If, like most American Jews, your hosts are of Ashkenazi (Eastern European) descent, you are likely to start the meal with chicken-matzo ball soup, as well as gefilte fish (ground fish mixed with matzo meal, eggs and seasonings).
Other Passover favorites include brisket, roast lamb and a variety of side dishes, such as potato kugel, tzimmes (sweet potatoes and carrots) and assorted casseroles bound together with eggs and matzo meal.
For dessert, expect macaroons, fruit compote, candy and cakes and tortes made with ground nuts or other kosher-for-Passover flours. Beer and most liquor is not allowed, but wine generally flows freely throughout the Seder.
The Seder consists of 15 rituals, most of which occur before the meal is served. They include lighting candles, blessing wine, washing hands, breaking the matzo, dipping vegetables and telling the story of the exodus from Egypt.
Usually, one of the hosts serves as the leader, but guests take turns reading sections from the Haggadah.
Interspersed are various traditional songs. Many Seders also feature contemporary readings on the themes of slavery and liberation.
— Don’t show up ravenous. “You’re going to have to wait a while until the real food gets served,” says Micah Sachs, online managing editor of InterfaithFamily.com, a Web magazine for interfaith families exploring Jewish life. “If you’re lucky, and the hosts are compassionate, they’ll include some finger foods for you to nibble on, but don’t count on it.”
— Don’t touch the food on the Seder plate, a large dish that holds a shank bone, parsley, bitter herbs, a hard-boiled egg, charoseth and matzo.
“Some of it is symbolic and is never eaten,” Sachs says. “Some of it is eaten, but only at prescribed times during the Seder. Follow your host’s lead.”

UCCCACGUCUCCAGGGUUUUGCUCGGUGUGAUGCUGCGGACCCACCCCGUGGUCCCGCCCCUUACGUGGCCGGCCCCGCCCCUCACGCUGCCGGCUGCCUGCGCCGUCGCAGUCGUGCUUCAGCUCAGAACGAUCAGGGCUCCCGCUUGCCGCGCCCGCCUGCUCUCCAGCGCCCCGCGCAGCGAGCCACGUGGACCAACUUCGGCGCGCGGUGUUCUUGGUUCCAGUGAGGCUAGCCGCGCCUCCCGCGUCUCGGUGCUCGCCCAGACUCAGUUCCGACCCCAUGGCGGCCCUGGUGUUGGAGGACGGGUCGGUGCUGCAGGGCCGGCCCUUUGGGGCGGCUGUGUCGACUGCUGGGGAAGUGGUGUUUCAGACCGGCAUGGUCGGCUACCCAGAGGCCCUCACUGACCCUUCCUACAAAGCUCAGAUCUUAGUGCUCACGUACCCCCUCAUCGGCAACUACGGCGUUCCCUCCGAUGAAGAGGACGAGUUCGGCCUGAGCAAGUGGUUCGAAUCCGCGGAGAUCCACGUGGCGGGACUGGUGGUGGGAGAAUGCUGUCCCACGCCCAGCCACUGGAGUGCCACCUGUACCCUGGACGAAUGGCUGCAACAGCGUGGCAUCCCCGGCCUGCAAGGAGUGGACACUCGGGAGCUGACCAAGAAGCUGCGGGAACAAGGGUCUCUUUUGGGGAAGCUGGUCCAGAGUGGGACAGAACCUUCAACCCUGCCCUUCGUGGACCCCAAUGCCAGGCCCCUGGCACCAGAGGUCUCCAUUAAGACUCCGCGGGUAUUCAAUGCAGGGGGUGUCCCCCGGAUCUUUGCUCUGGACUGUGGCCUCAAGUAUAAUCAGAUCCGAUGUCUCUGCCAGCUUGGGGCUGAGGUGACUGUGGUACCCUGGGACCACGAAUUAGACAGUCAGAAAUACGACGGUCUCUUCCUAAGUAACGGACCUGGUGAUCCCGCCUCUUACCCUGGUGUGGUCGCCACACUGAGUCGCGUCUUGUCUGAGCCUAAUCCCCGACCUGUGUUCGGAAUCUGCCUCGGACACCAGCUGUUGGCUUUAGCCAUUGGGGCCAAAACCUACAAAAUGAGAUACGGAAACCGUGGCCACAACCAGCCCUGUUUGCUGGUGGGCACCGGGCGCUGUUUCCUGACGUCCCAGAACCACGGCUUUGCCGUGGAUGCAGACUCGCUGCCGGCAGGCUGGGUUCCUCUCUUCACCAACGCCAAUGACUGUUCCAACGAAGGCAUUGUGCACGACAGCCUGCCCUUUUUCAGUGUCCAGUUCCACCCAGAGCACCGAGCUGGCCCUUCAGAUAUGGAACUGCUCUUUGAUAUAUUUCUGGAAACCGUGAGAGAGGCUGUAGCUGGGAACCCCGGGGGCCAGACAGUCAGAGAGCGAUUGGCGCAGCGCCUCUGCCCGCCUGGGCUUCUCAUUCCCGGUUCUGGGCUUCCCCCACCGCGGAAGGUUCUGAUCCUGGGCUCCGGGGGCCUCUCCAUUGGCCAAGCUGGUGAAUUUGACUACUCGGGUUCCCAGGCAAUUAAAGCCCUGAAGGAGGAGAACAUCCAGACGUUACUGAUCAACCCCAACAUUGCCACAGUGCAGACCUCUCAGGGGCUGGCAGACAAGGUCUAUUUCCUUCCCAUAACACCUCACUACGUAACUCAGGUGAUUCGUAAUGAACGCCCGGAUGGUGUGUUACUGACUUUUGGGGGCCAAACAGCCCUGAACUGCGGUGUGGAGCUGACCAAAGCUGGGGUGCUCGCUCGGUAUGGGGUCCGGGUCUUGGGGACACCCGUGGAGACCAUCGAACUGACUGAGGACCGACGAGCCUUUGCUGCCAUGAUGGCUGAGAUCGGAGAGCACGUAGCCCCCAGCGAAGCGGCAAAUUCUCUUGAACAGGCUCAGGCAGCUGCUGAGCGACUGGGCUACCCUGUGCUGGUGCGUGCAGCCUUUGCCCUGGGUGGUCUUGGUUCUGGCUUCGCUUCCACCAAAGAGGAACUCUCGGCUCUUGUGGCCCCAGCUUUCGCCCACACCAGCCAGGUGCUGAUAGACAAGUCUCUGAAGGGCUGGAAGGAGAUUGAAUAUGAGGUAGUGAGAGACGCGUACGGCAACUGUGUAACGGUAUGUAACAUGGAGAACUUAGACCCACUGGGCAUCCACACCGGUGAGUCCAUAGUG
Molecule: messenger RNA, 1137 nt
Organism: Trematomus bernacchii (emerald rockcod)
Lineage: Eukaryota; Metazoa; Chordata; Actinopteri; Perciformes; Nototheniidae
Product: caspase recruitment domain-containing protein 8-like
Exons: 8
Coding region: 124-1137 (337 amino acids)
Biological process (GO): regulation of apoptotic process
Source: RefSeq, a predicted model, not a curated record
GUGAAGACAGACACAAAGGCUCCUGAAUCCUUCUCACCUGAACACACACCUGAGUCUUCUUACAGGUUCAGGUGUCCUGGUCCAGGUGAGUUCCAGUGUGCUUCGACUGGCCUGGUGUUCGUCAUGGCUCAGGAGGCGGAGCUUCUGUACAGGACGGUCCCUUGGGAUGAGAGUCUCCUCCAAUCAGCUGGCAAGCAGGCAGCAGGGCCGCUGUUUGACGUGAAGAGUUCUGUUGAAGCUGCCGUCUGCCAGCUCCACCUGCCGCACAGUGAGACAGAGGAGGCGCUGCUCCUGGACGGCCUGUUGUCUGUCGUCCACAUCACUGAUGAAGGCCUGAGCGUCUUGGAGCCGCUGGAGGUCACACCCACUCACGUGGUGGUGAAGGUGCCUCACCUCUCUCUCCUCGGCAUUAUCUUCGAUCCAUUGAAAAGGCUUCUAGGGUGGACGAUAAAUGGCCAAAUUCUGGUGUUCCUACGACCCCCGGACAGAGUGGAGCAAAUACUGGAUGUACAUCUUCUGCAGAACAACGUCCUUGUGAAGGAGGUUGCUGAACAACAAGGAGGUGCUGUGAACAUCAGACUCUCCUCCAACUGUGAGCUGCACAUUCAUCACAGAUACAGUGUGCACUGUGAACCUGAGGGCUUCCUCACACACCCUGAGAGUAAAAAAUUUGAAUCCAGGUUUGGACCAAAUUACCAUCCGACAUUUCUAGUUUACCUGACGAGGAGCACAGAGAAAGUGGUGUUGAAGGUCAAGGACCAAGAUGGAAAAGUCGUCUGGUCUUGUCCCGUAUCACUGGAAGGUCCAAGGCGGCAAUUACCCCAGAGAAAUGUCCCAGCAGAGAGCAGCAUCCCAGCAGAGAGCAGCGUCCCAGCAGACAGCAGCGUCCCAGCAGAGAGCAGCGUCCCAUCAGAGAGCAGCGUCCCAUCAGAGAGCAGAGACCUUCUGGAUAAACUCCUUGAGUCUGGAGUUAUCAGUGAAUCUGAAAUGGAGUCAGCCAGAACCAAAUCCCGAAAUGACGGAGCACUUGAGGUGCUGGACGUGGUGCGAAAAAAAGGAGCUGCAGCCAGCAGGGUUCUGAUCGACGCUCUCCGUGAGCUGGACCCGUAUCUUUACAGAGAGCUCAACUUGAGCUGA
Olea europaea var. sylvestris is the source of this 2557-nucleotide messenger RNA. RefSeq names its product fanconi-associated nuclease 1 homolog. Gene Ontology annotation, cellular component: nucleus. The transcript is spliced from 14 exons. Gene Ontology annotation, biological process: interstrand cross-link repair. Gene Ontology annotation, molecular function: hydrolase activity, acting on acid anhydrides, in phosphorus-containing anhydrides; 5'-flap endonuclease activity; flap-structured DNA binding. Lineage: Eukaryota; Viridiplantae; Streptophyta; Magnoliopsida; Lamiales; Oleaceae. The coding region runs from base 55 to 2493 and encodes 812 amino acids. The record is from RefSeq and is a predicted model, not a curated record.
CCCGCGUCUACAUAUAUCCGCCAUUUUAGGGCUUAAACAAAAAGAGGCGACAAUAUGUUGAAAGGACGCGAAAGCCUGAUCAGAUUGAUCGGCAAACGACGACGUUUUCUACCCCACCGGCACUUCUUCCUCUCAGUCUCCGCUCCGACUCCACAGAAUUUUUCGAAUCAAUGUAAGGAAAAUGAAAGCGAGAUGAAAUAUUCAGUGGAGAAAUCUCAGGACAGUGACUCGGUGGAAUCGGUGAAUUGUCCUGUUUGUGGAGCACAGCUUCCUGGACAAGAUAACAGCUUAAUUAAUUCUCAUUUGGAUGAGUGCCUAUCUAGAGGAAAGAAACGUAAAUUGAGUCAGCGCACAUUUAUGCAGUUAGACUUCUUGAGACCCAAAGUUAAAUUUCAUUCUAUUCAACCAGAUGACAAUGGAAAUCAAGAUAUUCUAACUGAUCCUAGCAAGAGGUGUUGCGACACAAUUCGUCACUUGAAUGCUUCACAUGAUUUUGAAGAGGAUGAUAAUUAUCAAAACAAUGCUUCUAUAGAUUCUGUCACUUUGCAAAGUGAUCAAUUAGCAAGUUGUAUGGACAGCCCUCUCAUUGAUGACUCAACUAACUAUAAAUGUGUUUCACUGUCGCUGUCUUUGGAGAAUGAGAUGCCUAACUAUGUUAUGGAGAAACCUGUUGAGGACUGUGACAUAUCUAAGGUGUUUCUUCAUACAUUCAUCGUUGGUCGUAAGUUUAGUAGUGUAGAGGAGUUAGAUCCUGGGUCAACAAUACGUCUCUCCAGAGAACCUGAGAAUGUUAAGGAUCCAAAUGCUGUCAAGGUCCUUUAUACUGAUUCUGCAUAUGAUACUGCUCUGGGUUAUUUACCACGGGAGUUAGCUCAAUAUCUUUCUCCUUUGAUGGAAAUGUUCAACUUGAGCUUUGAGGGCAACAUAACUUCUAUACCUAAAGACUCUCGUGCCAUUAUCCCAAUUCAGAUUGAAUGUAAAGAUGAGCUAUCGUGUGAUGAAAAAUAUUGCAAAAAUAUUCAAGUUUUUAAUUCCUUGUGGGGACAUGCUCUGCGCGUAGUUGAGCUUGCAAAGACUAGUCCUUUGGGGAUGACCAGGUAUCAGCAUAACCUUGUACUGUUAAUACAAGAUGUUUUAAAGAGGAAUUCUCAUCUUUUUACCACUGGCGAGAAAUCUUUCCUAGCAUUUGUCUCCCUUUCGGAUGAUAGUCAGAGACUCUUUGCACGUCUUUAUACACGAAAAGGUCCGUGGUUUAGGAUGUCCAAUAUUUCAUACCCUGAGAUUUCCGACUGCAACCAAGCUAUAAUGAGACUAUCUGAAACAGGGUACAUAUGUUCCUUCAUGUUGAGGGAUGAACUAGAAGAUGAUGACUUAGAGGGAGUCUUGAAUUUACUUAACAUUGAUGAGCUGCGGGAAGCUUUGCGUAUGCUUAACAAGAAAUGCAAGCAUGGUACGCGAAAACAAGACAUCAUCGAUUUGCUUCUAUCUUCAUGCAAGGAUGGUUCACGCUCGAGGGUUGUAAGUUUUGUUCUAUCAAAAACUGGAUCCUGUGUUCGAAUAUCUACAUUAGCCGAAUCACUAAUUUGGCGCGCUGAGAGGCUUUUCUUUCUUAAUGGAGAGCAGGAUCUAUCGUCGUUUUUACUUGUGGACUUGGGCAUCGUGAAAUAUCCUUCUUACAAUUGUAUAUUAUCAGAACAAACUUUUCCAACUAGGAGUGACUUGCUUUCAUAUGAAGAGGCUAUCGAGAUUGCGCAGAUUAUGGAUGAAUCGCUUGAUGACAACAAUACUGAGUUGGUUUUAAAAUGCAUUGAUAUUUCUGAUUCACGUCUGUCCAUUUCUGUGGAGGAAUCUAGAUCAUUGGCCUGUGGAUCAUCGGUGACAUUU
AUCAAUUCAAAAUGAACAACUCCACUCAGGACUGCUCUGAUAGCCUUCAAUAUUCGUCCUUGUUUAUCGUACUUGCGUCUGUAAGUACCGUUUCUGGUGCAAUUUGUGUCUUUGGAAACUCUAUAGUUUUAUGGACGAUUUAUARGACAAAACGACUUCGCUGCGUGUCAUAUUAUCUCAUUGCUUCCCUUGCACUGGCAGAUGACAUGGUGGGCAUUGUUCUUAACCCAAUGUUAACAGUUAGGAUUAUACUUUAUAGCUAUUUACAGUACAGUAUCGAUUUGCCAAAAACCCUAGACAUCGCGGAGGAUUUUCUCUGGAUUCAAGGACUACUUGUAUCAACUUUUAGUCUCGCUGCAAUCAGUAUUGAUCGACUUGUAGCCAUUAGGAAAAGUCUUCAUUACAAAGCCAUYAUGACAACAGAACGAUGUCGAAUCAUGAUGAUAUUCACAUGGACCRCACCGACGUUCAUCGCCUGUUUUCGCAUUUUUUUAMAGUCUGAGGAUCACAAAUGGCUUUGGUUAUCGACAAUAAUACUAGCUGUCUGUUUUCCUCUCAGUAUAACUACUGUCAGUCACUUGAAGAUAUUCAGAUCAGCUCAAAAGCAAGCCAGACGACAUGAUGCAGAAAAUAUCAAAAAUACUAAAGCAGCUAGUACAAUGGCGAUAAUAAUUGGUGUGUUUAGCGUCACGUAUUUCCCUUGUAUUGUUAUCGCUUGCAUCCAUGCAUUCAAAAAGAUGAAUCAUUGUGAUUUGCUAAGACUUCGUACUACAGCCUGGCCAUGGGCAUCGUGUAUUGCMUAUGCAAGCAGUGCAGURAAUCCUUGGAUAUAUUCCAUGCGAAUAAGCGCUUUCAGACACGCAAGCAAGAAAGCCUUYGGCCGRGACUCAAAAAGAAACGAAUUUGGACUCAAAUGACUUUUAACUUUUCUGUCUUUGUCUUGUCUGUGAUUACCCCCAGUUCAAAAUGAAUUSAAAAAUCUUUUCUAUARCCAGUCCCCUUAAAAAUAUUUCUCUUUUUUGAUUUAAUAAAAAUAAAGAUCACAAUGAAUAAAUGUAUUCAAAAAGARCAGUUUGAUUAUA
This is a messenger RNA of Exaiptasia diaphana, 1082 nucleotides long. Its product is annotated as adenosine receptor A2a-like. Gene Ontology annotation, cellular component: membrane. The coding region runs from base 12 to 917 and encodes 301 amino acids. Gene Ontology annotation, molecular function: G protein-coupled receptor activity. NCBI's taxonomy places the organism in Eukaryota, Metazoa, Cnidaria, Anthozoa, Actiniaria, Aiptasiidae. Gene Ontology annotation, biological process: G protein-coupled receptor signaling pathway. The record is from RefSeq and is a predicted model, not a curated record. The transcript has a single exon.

— If you bring wine or prepared food, make sure it is labeled “Kosher for Passover” or that your host approves it in advance.
“You can’t go wrong with fresh fruit or kosher wine or kosher-for-Passover candy,” suggests Gil Marks, author of numerous Jewish cookbooks and a forthcoming encyclopedia of Jewish food.
— If you want to bring a gift but want to avoid the quest for kosher-for-Passover food, consider bringing flowers or a book of Jewish interest instead, says Stuart Matlins, co-author of “How to Be a Perfect Stranger: The Essential Religious Etiquette Handbook.”
— Watch your alcohol. During the Seder, participants traditionally drink four cups of wine. Use your judgment as to how full your cup should be each time, whether to substitute grape juice and how much, if any, additional wine to drink during the meal.
These simple, speedy carrots get a fresh taste from the mint. They make a great accompaniment to broiled or grilled meats or poultry.
Preparation time, start to finish: 20 minutes. Makes 4 servings.
8 medium carrots, cut into 1/2-inch-thick slices on the diagonal
2 tablespoons extra-virgin olive oil
2 large shallots, chopped (about 1/4 cup)
2 medium garlic cloves, minced
2 tablespoons minced fresh mint
Salt and freshly ground black pepper, to taste
In a medium saucepan, bring several inches of lightly salted water to a simmer. Add the carrots, return to a simmer and cook until the carrots are tender but firm, about 5 minutes.
Drain the carrots under cold water and set aside.
In a large skillet over medium heat, heat the olive oil. Add the shallots and saute 1 to 2 minutes, or until slightly softened. Add the garlic and saute briefly.
Add the carrots, mint, and salt and pepper. Saute for about 2 minutes, or until the carrots are hot and slightly crispy on the surface.
(Recipe from Ronnie Fein’s “Hip Kosher,” Da Capo Lifelong Books, 2008)